Byzantine art


November 27, 2021

The center of the artistic life of the Byzantine Empire was Constantinople, where Byzantine aesthetic principles were formulated. Eastern and Greco-Roman traditions were mixed with the spirit of Christianity, according to which the emperor was the earthly representative of God. Art had to display the divine law. The development of Byzantine art is characterized by great ups and downs. It lived its heyday in the 6th century.


Its greatest value, built in the sixth century, is Hagia Sophia, the Church of the Holy Wisdom. Its architects perfected the usual forms of domed buildings in the East. Opposite the long-nave basilica in the west, long-nave domed churches with a central layout were erected. Unlike the closed domed spaces in Rome, the construction of suspended domed space-locking structures was solved. A great expression of ecclesiastical power was the huge, domed structure supported by pillars in four places, joined by a space covered with a half-dome. These were again enlarged by smaller half-domes. The four-poster altars, embossed pulpits, the oriental splendor of the gold-backed mosaic decoration of the dome, and the colorful cladding of the floor make it a building of Byzantine imperial power and divine wisdom. In the time of Justinian I, many churches were also built in Ravenna, the main Italian seat of Byzantine power. The most famous of these is the church of San Vitale, an octagonal building. There are two well-lit mosaics on either side of the altar. One depicts the Empress Theodora and her entourage as she presents a golden goblet to the temple, and on the other side Justinian I presents her gift, a golden bowl. Under the abundant folds of clothing, the shape of the body completely disappears. The ground around the figures is replaced by a solid background. Later, the isosceles Greek cross-shaped domed church became commonplace. The windows cut on the dome provided natural light. The buildings are narrower and taller. The external spatial effect has also become important. The walls are more articulated, and the building material is also more varied: brick, stone, mortar and all this combined so that the facade is as colorful as possible. A 11–12. Built in the 16th century, the Church of St. Mark in Venice combines the finest achievements of Byzantine and Western art. The style reaches Russia in the 11th and 12th centuries, and an independent style is created, characterized by a square floor plan, a sloping roof and a dome. The Byzantine-style work of the Russian Renaissance is Vasily Blazenny's Cathedral. There is a church with a similar spirit in Pokrov and Fili.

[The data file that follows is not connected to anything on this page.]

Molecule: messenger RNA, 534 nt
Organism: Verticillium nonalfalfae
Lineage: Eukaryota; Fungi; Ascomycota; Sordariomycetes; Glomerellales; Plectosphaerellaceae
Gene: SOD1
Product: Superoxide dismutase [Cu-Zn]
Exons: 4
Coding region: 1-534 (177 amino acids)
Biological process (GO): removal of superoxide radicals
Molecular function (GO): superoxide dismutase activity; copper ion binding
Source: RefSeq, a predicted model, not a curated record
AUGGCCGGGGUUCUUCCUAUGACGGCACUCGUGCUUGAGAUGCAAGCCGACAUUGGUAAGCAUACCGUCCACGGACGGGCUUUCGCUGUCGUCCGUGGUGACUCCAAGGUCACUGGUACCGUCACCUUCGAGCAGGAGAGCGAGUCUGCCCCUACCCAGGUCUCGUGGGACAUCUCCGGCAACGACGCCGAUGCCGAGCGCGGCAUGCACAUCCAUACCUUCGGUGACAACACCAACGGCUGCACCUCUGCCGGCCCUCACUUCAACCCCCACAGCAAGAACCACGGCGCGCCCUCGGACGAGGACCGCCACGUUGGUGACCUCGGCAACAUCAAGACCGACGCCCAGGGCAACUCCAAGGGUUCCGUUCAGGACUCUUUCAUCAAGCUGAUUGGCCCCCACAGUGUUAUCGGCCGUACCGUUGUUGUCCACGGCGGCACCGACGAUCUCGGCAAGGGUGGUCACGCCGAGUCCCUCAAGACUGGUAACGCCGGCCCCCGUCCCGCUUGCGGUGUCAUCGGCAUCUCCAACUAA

The statues were opposed by Christianity, but opinions were divided on the painted image. Some said the picture was very useful because it reminded believers of what they had learned in the church. Pope Gregory argued that believers could not read and write and that the image was a suitable means of teaching. “As for writing for those who can read, the same painting for uneducated observers. The ban on icon painting at the time of the destruction reinforced the Eastern influence. When this ban was lifted, the figures remained stylized. The painted scenes are symmetrical, the background is gilded, and the figures are psychologically deepened. The frescoes of the Svetla Sophia Temple in Ohrid, built in the middle of the 11th century, have also been preserved in good condition. Of particular note are the friezes of the north and south walls, where the extended-winged, kneeling angels are seen as they worship the Virgin Mary holding the little Jesus with strict solemnity. The Ohrid frescoes are symbolic, the figures stylized, disproportionate, and gloomy. The dark toned colors emphasize the persons, the background is flat and abstract. The St. Pantale of Nerez

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